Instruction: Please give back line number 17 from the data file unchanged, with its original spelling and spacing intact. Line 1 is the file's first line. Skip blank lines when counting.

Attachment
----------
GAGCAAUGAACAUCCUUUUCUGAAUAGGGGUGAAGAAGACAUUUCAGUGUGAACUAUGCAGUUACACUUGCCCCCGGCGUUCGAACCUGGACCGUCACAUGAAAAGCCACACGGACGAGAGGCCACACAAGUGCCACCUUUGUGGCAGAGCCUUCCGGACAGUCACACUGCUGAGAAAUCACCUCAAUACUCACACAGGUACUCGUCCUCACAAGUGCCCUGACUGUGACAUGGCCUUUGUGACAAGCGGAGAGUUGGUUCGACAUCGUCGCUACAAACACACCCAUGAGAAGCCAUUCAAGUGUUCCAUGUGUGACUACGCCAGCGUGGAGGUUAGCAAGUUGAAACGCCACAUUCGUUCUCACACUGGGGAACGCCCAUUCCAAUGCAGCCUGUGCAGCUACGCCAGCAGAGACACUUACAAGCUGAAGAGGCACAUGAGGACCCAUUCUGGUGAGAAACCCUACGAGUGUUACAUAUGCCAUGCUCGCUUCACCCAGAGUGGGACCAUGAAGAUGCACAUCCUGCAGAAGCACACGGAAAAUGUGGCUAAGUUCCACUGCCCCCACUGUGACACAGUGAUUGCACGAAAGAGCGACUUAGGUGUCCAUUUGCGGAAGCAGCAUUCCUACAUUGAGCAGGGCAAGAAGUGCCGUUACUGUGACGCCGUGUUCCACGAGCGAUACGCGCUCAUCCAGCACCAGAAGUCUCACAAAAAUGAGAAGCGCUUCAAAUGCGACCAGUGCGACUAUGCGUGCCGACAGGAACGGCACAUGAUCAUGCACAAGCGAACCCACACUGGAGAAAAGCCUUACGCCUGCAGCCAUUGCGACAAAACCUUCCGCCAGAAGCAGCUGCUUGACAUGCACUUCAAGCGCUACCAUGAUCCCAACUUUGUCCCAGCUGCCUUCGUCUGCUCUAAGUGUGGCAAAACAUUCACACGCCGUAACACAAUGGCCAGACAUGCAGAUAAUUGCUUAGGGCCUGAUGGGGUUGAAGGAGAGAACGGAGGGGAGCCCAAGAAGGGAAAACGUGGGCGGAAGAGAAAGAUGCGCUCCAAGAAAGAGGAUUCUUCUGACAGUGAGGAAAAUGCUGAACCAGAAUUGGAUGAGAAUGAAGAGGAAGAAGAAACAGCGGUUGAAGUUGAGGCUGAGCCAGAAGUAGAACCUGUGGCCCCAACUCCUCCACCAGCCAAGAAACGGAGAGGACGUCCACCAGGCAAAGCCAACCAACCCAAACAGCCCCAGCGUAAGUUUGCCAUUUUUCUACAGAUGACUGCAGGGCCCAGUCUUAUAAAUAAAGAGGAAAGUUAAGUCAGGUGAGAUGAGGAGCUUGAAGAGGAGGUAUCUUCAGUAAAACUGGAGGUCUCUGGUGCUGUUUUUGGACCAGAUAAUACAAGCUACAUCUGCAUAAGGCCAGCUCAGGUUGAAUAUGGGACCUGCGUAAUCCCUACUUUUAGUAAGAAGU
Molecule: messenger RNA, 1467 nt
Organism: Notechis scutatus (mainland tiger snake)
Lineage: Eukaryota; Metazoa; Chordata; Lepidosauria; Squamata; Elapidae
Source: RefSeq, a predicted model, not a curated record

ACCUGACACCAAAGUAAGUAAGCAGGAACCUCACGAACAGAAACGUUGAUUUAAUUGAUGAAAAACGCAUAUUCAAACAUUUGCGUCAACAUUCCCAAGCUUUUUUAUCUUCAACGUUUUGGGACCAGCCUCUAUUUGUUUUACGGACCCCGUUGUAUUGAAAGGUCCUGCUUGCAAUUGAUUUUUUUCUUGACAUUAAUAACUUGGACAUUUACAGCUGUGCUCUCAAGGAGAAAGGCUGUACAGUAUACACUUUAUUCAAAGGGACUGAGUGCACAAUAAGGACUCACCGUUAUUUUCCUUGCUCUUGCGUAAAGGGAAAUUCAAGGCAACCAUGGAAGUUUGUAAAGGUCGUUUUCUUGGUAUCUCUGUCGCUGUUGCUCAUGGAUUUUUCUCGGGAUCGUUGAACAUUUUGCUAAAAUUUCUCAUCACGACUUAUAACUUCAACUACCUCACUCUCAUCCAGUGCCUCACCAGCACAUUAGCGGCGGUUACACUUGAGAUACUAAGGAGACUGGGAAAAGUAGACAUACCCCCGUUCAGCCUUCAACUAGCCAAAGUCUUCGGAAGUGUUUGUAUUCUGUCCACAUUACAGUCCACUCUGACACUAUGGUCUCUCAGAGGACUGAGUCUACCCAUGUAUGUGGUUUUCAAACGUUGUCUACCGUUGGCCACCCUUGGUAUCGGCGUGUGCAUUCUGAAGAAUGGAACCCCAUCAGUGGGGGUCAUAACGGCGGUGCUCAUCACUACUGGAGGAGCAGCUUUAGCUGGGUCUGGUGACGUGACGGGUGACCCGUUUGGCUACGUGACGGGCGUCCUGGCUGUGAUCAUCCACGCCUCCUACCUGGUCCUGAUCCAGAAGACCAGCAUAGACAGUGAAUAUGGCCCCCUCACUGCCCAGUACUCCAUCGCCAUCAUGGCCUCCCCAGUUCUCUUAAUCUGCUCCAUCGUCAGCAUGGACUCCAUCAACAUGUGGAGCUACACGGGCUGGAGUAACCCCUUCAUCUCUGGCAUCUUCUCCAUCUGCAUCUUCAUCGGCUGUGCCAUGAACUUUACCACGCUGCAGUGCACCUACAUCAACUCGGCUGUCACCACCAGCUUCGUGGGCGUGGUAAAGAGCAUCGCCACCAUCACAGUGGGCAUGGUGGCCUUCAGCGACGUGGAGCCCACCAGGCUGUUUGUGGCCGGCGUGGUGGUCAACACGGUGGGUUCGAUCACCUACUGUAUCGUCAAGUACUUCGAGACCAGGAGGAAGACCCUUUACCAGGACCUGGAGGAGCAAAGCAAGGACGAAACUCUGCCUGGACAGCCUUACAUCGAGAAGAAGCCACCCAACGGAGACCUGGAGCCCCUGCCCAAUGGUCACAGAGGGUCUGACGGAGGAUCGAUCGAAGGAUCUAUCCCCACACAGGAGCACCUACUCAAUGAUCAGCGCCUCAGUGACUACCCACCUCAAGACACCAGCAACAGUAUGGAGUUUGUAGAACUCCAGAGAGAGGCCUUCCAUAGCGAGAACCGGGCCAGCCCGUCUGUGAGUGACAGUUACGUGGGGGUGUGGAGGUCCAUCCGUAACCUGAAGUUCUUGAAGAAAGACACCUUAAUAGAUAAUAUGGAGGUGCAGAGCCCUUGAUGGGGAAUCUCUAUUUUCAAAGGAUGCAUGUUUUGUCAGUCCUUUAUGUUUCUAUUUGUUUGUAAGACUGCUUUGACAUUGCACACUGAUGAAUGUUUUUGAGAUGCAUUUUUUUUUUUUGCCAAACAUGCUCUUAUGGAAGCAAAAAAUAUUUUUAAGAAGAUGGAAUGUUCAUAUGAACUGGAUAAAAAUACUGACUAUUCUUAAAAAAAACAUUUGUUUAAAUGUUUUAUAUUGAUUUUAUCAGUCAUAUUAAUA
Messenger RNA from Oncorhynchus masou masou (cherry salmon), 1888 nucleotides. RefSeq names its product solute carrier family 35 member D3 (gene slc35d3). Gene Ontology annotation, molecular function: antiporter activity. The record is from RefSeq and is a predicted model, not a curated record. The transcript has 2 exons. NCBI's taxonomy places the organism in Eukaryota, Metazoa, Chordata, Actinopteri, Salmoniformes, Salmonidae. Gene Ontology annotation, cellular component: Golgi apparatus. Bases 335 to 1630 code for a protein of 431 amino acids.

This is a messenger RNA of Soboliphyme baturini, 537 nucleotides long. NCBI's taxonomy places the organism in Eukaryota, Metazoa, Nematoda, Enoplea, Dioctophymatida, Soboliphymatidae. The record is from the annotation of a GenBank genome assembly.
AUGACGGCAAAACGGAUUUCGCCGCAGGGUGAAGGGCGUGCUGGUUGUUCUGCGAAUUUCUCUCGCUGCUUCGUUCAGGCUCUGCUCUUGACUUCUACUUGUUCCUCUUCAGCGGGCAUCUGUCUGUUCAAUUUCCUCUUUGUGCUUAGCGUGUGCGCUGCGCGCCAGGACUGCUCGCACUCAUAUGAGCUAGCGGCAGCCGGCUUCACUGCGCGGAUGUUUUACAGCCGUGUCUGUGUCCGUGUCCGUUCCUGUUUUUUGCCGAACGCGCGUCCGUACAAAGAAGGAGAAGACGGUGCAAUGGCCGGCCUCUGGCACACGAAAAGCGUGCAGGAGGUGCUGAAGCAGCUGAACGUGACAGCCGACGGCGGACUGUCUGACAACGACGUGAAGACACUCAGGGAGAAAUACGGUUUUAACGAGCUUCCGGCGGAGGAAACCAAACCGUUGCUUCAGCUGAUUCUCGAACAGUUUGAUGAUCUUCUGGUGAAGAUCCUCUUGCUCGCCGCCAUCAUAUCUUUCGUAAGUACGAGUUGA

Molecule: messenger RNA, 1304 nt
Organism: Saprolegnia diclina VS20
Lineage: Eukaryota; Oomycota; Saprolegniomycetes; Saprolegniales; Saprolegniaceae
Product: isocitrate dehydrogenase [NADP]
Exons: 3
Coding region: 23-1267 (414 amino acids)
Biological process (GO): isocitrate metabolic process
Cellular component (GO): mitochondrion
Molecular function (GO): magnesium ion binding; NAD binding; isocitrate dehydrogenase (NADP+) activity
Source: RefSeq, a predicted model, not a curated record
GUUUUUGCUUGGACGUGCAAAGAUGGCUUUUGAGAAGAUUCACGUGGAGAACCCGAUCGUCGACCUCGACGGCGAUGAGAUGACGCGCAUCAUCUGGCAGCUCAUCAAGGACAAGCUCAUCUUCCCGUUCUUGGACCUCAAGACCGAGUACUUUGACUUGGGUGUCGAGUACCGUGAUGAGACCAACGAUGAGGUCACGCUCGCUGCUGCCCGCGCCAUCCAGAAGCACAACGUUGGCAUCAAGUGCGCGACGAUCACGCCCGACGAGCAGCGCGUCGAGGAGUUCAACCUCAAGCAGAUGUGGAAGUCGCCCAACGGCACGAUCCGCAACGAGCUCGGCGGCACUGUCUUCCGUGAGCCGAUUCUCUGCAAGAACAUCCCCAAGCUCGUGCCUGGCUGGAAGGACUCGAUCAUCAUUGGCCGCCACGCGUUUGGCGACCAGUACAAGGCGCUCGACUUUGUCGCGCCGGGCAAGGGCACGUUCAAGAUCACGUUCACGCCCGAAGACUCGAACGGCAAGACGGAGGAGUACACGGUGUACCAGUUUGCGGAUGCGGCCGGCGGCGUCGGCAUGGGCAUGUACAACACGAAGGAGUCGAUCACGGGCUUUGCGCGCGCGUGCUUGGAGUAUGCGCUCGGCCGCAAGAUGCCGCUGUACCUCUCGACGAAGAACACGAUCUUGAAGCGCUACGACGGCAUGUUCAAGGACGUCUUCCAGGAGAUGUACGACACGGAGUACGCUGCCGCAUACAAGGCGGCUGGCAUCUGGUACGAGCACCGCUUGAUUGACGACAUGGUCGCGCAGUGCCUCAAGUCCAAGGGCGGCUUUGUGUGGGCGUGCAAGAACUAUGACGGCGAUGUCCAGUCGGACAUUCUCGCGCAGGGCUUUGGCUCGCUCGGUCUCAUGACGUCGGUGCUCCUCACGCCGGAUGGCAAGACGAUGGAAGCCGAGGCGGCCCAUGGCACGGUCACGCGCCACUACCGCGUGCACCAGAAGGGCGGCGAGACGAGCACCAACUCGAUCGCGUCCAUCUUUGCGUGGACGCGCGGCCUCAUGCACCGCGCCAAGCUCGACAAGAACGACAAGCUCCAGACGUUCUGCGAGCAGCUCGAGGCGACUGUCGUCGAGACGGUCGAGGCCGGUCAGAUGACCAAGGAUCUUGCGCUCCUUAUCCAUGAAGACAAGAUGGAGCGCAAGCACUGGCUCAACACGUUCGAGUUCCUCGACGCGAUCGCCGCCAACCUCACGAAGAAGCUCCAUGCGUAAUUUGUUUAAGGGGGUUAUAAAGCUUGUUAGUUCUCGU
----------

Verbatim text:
Cellular component (GO): mitochondrion